Category Archives: The Singularity

Guest Post: The Digital Polis – Nicholas Carson Miller

I invited Nicholas Carson Miller to guest post on the shape of a particular internet culture…I hope you enjoy his work -SportLinguist

I. The New Prehistory

We can’t go ask ancient peoples what was going on when they decided to get together and start building cities. Frustratingly, none of the folks involved in the development of prehistoric communities are still around to ask and weren’t kind enough to leave detailed ethnographic and historical accounts of their experiences. Shame on them. We can, however, connect to the internet and observe the development of a new kind of community.

Early humans, tiring of wandering and hunting alone, began living around one another, trying their hands at farming, trading necessities and surpluses, and finding increasingly productive and complex ways to protect and govern the communities that developed. Early internet users logged on alone, visiting web pages and sending limited communications—but then a need for specialized communal activities lead to email lists, chat rooms, social networks, and, most interestingly, forums.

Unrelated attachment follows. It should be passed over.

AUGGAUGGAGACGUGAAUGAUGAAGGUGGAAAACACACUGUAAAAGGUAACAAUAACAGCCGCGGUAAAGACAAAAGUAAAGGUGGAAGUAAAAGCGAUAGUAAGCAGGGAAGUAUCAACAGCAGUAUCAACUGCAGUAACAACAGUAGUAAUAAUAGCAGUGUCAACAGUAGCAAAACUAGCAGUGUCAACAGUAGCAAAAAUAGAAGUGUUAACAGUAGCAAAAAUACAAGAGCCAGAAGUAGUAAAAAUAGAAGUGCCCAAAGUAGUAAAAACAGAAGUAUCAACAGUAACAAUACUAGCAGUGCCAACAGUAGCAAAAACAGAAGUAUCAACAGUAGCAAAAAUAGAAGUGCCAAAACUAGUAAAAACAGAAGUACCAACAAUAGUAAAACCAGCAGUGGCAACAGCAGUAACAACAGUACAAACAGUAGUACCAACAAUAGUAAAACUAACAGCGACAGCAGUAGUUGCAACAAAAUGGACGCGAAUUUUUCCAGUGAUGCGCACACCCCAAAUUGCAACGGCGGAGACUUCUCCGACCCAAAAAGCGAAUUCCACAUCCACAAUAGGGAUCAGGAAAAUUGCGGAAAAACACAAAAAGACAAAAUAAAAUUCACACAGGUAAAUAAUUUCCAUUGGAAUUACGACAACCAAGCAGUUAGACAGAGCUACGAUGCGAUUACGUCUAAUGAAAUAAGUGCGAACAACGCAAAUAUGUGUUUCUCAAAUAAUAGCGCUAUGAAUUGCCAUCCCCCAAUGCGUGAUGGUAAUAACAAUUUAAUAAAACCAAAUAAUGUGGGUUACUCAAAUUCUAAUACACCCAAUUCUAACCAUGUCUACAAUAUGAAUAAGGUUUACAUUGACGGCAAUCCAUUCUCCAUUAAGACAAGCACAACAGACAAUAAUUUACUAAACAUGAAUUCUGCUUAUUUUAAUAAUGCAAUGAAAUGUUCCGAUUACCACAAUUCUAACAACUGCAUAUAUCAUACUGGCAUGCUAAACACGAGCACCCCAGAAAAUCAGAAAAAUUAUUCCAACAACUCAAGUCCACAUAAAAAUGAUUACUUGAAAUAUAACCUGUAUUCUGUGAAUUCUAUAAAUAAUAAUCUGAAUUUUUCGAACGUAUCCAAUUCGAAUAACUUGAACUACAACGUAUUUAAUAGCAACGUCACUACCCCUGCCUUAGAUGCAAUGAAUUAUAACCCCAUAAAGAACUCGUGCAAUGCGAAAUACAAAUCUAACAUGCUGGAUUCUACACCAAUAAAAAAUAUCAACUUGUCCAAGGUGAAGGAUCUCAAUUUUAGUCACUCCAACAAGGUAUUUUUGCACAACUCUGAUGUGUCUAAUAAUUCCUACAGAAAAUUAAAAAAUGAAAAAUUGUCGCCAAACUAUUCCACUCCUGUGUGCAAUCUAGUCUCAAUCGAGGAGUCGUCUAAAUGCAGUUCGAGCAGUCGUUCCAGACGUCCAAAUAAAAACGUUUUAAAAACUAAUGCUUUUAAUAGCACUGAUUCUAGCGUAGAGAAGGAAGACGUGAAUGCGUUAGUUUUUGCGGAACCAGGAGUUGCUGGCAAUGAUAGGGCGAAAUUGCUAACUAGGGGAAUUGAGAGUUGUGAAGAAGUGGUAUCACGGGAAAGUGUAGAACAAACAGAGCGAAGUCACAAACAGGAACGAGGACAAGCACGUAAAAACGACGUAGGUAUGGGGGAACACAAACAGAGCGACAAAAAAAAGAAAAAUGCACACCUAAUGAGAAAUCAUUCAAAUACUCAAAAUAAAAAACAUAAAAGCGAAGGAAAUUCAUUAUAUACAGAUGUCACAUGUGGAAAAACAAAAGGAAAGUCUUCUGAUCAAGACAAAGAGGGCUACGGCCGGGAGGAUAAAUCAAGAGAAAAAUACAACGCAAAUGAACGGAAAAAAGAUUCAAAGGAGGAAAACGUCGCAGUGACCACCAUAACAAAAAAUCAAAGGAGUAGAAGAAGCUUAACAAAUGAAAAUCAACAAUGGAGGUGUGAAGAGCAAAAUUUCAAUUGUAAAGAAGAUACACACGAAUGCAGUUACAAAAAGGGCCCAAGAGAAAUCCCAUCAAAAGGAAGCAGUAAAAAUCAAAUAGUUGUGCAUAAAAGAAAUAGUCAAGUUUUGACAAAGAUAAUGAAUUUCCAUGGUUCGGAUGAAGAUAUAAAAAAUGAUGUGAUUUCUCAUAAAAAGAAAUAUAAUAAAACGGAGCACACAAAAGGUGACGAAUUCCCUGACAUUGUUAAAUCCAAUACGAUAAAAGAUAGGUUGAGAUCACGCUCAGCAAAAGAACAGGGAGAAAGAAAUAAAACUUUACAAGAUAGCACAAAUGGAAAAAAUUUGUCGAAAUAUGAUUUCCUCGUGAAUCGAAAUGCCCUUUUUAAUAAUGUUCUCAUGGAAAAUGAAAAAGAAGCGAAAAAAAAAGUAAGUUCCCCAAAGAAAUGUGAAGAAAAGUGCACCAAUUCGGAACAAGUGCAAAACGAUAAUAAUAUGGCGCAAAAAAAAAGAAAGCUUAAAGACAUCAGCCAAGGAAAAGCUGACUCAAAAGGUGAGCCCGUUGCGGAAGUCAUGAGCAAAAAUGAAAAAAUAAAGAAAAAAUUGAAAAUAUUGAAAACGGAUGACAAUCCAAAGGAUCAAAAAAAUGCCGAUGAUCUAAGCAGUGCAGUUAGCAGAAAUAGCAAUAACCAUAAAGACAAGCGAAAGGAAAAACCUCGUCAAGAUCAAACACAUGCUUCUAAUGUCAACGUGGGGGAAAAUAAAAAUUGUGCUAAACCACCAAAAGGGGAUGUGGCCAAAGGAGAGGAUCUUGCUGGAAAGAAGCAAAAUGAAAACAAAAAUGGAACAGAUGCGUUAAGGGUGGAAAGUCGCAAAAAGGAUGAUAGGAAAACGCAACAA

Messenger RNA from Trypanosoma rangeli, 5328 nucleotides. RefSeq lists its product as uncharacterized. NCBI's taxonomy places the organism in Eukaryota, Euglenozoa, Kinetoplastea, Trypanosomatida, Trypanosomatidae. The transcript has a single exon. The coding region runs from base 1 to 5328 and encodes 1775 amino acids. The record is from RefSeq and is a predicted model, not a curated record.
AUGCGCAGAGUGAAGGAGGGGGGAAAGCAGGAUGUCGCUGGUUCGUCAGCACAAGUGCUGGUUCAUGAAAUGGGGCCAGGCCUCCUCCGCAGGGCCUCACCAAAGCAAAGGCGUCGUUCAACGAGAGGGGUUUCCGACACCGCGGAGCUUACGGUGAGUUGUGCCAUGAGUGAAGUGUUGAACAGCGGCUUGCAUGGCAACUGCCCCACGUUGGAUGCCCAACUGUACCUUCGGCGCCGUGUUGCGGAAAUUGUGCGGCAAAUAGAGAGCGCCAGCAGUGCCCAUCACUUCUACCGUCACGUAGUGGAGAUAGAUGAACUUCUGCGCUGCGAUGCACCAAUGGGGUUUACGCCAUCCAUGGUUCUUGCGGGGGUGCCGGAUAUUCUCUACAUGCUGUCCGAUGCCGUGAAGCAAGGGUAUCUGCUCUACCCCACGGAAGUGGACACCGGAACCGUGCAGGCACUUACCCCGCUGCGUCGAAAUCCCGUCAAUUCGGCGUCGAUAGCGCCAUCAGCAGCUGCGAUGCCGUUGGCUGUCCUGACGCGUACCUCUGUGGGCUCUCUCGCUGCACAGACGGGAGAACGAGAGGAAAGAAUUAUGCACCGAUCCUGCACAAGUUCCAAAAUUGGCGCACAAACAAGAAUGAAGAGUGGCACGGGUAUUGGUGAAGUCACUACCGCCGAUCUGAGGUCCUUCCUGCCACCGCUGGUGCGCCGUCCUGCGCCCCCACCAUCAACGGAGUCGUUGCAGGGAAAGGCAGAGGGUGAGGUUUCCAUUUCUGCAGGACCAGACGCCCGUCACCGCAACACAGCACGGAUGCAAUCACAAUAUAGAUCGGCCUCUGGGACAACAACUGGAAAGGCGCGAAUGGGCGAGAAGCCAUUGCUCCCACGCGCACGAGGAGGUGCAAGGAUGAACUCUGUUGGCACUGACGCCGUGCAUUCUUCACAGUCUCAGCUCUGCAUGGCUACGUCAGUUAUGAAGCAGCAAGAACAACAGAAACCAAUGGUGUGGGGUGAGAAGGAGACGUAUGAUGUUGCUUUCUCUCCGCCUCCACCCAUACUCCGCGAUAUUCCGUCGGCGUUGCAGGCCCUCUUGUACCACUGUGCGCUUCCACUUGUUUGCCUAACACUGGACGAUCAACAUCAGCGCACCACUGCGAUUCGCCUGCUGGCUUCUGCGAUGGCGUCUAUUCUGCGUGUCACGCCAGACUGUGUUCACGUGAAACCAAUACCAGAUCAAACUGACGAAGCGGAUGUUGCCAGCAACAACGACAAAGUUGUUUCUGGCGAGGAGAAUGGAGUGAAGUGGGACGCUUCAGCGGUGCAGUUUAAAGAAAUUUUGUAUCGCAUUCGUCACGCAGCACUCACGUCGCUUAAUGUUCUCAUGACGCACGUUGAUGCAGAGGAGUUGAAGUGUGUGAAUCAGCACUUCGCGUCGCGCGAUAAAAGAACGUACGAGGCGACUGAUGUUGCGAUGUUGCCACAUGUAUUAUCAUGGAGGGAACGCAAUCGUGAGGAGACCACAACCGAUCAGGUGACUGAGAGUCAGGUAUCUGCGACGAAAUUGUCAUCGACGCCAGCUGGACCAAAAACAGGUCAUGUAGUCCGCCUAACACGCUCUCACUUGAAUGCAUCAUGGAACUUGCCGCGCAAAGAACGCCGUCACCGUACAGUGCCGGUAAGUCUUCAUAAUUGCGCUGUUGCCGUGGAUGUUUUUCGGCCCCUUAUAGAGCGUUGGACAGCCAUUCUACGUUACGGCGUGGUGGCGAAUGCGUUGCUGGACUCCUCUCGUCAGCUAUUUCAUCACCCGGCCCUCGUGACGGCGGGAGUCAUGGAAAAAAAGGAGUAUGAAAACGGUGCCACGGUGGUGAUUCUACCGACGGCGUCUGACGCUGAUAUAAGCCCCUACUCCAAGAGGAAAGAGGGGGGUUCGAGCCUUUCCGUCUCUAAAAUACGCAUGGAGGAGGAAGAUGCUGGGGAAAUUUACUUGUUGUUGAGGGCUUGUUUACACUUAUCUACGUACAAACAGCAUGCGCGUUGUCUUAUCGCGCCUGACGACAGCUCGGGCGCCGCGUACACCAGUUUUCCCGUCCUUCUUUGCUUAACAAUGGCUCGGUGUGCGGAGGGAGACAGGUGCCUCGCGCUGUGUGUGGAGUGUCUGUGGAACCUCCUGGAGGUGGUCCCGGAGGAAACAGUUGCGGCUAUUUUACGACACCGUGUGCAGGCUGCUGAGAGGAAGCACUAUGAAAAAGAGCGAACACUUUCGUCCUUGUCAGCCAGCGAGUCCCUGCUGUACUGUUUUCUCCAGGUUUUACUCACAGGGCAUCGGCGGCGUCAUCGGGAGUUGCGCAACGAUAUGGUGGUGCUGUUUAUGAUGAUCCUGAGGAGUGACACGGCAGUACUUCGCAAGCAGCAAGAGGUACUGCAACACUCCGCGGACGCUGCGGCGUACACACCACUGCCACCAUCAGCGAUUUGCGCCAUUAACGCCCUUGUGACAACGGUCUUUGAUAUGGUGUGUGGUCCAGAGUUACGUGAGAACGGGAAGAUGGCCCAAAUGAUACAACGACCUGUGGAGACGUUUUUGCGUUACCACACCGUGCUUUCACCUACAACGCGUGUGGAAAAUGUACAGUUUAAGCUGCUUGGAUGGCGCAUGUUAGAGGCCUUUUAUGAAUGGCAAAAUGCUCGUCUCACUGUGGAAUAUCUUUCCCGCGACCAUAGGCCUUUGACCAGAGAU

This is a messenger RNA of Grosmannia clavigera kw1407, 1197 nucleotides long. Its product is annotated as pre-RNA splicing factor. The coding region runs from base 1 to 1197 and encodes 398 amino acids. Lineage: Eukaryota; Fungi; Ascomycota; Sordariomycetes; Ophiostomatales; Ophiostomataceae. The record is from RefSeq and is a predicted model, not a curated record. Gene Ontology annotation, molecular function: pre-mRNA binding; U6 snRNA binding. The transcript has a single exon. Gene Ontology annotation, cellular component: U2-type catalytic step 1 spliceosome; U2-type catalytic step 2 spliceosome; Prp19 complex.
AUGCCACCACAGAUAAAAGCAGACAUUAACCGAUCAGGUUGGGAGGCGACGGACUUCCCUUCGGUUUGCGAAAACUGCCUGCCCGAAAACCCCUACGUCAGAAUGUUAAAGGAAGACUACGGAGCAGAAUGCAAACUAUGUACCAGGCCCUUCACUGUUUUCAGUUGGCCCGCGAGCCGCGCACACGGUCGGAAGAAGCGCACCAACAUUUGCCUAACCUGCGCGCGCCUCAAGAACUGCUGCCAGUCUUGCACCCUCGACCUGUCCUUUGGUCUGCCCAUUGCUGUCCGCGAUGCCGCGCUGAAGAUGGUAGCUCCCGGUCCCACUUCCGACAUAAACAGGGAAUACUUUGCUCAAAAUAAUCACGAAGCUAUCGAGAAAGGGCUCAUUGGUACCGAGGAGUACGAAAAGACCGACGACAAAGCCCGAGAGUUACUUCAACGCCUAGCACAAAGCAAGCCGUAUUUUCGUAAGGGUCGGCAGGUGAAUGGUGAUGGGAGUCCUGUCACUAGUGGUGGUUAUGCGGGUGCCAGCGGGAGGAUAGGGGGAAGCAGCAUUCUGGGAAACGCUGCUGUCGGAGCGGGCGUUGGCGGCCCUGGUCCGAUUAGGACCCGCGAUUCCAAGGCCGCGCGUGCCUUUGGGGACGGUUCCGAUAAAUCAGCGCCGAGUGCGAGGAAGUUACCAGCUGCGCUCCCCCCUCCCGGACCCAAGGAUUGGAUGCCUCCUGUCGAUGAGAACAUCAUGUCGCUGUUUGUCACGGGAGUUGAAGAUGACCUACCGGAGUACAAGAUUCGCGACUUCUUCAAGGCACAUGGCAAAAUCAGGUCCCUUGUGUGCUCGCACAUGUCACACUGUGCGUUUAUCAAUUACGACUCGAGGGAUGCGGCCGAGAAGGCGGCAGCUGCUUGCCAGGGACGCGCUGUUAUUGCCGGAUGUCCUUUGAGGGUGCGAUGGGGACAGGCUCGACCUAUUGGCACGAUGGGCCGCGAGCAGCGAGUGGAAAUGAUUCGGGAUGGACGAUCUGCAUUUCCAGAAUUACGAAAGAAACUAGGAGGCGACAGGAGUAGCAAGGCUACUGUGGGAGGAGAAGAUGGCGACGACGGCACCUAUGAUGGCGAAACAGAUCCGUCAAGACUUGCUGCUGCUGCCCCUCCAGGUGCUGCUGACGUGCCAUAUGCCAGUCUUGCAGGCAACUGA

These internet communities, especially certain infamous and influential forums such as 4chan, Gaia Online, and Something Awful, are beginning to exhibit fascinating cultural trends that are to me reminiscent of early city-states. The development of the culture of these communities should be taken as a possible reflection of the development of real-world communities and is conveniently occurring right before our eyes at a highly accelerated rate. Continue reading

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What I got for Christmas…

Integrantes de Daft Punk, banda francesa de mú...

Image via Wikipedia

  1. Daft Punk’s film “Electroma”
  2. Daft Punk’s album “Human After All”
  3. Gilles Fauconnier’s & Mark Turner’s “The Way We Think: Conceptual Blending and the Mind’s Hidden Complexities”
  4. Stephen C. Levinson’s “Space in Language and Cognition: Explorations in Cognitive Diversity”
  5. Stephen C. Levinson & David Wilkin’s “Grammars of Space: Explorations in Cognitive Diversity”

Sweet!

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On the Second Law of Thermodynamics: a quote from one of my favorite books